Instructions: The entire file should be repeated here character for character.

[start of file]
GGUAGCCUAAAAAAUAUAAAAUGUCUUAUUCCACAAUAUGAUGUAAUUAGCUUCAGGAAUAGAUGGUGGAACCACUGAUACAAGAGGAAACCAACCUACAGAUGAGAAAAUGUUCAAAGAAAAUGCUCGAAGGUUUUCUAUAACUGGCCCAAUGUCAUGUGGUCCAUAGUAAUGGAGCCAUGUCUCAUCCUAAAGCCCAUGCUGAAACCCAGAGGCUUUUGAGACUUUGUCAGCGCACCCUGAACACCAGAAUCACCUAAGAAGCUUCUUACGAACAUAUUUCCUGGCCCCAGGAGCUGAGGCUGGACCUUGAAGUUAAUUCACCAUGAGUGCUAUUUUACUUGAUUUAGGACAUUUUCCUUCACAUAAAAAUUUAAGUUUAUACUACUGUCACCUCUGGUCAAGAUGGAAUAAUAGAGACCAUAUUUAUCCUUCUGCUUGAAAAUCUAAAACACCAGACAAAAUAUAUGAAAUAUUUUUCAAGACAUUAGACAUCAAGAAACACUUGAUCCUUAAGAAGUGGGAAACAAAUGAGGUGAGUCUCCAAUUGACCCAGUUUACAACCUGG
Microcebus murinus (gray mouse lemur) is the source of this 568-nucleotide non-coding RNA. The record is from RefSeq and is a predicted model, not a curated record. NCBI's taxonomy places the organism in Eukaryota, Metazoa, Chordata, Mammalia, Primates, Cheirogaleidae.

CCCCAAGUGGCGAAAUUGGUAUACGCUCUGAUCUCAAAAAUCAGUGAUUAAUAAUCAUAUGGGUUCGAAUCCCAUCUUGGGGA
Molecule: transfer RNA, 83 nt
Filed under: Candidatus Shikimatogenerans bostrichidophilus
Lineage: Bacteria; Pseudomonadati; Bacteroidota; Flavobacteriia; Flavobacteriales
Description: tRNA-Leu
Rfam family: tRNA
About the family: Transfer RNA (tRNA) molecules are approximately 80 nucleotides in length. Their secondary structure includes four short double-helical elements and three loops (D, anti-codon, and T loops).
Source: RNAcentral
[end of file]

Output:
GGUAGCCUAAAAAAUAUAAAAUGUCUUAUUCCACAAUAUGAUGUAAUUAGCUUCAGGAAUAGAUGGUGGAACCACUGAUACAAGAGGAAACCAACCUACAGAUGAGAAAAUGUUCAAAGAAAAUGCUCGAAGGUUUUCUAUAACUGGCCCAAUGUCAUGUGGUCCAUAGUAAUGGAGCCAUGUCUCAUCCUAAAGCCCAUGCUGAAACCCAGAGGCUUUUGAGACUUUGUCAGCGCACCCUGAACACCAGAAUCACCUAAGAAGCUUCUUACGAACAUAUUUCCUGGCCCCAGGAGCUGAGGCUGGACCUUGAAGUUAAUUCACCAUGAGUGCUAUUUUACUUGAUUUAGGACAUUUUCCUUCACAUAAAAAUUUAAGUUUAUACUACUGUCACCUCUGGUCAAGAUGGAAUAAUAGAGACCAUAUUUAUCCUUCUGCUUGAAAAUCUAAAACACCAGACAAAAUAUAUGAAAUAUUUUUCAAGACAUUAGACAUCAAGAAACACUUGAUCCUUAAGAAGUGGGAAACAAAUGAGGUGAGUCUCCAAUUGACCCAGUUUACAACCUGG
Microcebus murinus (gray mouse lemur) is the source of this 568-nucleotide non-coding RNA. The record is from RefSeq and is a predicted model, not a curated record. NCBI's taxonomy places the organism in Eukaryota, Metazoa, Chordata, Mammalia, Primates, Cheirogaleidae.

CCCCAAGUGGCGAAAUUGGUAUACGCUCUGAUCUCAAAAAUCAGUGAUUAAUAAUCAUAUGGGUUCGAAUCCCAUCUUGGGGA
Molecule: transfer RNA, 83 nt
Filed under: Candidatus Shikimatogenerans bostrichidophilus
Lineage: Bacteria; Pseudomonadati; Bacteroidota; Flavobacteriia; Flavobacteriales
Description: tRNA-Leu
Rfam family: tRNA
About the family: Transfer RNA (tRNA) molecules are approximately 80 nucleotides in length. Their secondary structure includes four short double-helical elements and three loops (D, anti-codon, and T loops).
Source: RNAcentral